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Outline and Evaluate the Gender Schema Theory

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Transfer-Encoding: chunked ´╗┐Outline and Evaluate the Gender Schema Theory (8 + 16 marks) According to psychologists a schema is a hypothetical mental construct that contains an organised set of beliefs about a specific topic for example gender. These schemas begin to develop from the ages of 2-3 and can be influenced by various social factors such as parents. The gender schema theory was devised and developed by Martin and Halverson and based on the cognition. This theory opposes Kohlberg?s theory of gender development and states that gender specific behaviours develop before acquiring gender consistency. Martin et al states that gender identity alone provides motivation for children to begin to carry out gender specific behaviour and thus creates a schema on gender. ...read more.


however due to children viewing their out-group schema as negative, children ignore behaviours of the opposite sex and therefore are less likely to follow the behaviours of the opposite sex. Martin and Halverson furthermore state that at the beginning children?s schemas are fixed and rigid, for example they strictly believe boys were trousers and girls wear skirts, however they believe that as time goes on and the schemas develop, their schemas become more flexible, allowing them to understand that woman can still wear trousers and men can still wear skirts. Lastly, the gender schema theory also focuses on the importance of social factors and states that schemas can be affected by social interactions especially with parents. ...read more.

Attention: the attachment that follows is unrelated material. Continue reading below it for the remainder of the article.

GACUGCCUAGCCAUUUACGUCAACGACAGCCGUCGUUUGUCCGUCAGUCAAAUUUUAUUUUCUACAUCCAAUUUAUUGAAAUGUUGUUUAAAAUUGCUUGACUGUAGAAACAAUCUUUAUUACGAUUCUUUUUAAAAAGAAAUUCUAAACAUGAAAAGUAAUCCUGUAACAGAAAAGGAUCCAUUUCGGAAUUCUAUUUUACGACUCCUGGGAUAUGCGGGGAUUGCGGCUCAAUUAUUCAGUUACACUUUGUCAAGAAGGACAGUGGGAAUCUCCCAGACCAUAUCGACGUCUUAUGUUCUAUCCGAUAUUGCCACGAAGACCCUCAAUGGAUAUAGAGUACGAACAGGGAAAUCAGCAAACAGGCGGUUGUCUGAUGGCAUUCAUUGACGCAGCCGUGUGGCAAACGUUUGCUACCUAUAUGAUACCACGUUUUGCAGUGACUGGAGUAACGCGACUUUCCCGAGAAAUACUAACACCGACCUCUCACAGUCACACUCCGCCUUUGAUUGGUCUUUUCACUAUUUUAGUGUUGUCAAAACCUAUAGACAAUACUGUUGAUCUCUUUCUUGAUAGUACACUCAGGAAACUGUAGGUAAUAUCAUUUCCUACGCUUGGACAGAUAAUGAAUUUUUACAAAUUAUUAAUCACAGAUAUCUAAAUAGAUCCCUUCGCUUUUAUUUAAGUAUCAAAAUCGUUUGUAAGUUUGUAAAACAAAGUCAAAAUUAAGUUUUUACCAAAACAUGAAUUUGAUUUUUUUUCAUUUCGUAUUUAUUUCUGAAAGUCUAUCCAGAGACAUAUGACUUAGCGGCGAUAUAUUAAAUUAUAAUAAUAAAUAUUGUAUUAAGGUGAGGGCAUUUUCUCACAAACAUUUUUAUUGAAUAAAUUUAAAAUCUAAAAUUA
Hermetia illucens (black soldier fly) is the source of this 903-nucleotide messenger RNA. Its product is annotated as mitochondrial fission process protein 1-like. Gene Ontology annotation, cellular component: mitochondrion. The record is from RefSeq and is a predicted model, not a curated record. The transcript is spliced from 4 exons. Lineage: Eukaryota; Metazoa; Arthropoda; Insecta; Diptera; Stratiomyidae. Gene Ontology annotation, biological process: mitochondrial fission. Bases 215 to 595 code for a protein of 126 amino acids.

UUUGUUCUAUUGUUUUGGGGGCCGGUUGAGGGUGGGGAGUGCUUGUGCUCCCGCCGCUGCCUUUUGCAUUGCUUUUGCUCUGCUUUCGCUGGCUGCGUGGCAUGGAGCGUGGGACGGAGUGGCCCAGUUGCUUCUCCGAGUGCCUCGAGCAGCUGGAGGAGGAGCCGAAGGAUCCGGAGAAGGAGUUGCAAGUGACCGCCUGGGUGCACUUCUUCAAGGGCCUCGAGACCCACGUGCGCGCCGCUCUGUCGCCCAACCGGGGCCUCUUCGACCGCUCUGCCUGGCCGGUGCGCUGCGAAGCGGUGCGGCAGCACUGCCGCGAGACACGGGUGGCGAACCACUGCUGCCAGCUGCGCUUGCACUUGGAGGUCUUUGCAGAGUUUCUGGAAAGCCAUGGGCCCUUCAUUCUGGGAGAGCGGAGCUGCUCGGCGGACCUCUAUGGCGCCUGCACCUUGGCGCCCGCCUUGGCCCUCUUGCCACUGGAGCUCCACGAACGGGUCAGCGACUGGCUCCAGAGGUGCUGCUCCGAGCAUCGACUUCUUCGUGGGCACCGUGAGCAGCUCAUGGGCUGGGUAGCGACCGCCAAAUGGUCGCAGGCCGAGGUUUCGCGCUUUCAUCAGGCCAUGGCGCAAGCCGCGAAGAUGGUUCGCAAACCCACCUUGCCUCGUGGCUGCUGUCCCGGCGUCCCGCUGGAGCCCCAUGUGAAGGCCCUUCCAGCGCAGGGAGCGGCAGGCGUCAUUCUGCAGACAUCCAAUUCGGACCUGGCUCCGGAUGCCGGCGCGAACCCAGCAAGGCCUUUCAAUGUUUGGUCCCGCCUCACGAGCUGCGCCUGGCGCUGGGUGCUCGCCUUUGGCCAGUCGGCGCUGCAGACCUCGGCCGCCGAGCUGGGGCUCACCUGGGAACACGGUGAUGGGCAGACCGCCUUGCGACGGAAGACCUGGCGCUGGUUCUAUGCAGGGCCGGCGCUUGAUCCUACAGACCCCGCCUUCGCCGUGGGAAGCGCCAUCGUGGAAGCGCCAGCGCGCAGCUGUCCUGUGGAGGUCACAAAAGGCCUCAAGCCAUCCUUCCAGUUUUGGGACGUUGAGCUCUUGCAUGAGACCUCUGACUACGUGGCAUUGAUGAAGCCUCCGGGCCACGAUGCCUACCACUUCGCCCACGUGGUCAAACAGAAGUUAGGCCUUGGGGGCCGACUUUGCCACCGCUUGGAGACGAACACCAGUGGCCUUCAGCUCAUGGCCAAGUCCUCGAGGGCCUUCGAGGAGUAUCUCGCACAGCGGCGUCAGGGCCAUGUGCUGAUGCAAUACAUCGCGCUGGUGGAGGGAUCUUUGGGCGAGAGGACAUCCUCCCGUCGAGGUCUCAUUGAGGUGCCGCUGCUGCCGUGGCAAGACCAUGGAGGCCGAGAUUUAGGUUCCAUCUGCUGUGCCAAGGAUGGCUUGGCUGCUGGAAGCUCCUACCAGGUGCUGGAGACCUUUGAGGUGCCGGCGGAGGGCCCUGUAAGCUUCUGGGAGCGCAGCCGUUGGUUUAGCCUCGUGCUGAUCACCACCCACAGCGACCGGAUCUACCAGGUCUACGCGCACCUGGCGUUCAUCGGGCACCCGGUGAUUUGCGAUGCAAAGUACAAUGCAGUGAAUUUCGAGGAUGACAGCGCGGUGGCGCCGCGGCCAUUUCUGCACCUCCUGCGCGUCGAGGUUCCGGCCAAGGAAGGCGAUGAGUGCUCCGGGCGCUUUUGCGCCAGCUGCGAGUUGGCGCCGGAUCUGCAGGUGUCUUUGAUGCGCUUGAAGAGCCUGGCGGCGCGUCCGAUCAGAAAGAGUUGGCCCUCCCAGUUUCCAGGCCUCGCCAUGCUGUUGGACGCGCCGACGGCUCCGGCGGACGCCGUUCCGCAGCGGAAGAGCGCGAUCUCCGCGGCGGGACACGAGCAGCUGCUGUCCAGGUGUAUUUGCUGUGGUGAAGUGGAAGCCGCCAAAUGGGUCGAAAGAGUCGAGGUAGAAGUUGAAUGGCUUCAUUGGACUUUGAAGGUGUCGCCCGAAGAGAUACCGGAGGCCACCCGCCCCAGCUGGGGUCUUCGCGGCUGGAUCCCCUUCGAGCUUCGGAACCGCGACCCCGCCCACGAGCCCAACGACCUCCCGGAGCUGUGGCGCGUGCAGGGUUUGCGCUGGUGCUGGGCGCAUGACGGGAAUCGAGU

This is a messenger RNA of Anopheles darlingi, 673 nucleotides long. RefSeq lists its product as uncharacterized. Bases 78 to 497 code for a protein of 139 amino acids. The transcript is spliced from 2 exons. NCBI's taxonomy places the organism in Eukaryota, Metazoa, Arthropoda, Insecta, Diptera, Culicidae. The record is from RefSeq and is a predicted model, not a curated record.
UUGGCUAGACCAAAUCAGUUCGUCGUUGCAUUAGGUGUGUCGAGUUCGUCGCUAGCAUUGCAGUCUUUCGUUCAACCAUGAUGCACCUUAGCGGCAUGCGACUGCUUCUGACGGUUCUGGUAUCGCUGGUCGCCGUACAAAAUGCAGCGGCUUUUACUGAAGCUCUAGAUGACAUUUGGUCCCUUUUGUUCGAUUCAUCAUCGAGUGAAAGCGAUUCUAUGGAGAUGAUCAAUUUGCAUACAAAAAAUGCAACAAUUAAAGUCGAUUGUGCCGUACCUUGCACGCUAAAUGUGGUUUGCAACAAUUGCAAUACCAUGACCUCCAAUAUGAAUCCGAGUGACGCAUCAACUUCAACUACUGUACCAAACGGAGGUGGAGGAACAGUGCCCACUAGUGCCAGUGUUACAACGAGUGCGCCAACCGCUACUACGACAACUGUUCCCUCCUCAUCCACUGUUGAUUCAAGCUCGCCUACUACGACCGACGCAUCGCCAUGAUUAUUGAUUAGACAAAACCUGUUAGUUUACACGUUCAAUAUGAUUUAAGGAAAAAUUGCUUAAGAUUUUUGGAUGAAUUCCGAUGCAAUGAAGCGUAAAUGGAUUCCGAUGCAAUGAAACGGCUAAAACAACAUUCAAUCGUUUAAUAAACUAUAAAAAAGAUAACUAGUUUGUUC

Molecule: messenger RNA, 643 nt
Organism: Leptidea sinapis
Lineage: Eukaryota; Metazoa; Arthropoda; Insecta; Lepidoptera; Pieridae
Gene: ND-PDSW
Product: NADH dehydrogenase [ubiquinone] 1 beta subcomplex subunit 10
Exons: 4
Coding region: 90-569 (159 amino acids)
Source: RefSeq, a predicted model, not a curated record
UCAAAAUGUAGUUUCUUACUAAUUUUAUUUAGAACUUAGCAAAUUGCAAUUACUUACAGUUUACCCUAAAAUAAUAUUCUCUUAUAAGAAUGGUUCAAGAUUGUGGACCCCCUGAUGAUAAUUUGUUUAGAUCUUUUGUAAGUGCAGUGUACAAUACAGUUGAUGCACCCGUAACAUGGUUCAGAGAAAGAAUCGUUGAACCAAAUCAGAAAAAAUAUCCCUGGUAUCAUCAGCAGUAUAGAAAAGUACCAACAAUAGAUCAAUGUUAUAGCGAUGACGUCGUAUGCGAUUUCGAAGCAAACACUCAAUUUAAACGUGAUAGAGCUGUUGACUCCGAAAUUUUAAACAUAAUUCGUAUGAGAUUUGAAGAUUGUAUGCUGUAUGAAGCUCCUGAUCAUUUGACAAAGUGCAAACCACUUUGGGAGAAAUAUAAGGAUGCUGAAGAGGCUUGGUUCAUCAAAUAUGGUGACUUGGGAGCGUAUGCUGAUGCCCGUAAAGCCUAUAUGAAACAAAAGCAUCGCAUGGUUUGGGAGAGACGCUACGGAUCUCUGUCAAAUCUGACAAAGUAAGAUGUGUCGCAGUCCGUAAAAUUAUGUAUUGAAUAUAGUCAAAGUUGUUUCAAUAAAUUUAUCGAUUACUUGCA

However we must be cautious when using this study to support the gender schema theory as although the settings were laboratory, meaning the variables were highly controlled, the experiment involved Martin himself. This suggests that the results found supporting the theory may be due to experimenter bias. For example, the children may have been led to pick the toys labelled with their own gender. Also, we cannot be sure that the children picked the toys purely due to the label as the children may have picked the toys due to a personal like for the toy or familiarity with the toy. This matters because although the evidence supports the theory it suggests that more research into the effect of schemas in gender development must be carried out in order to support the gender schema theory. ...read more.

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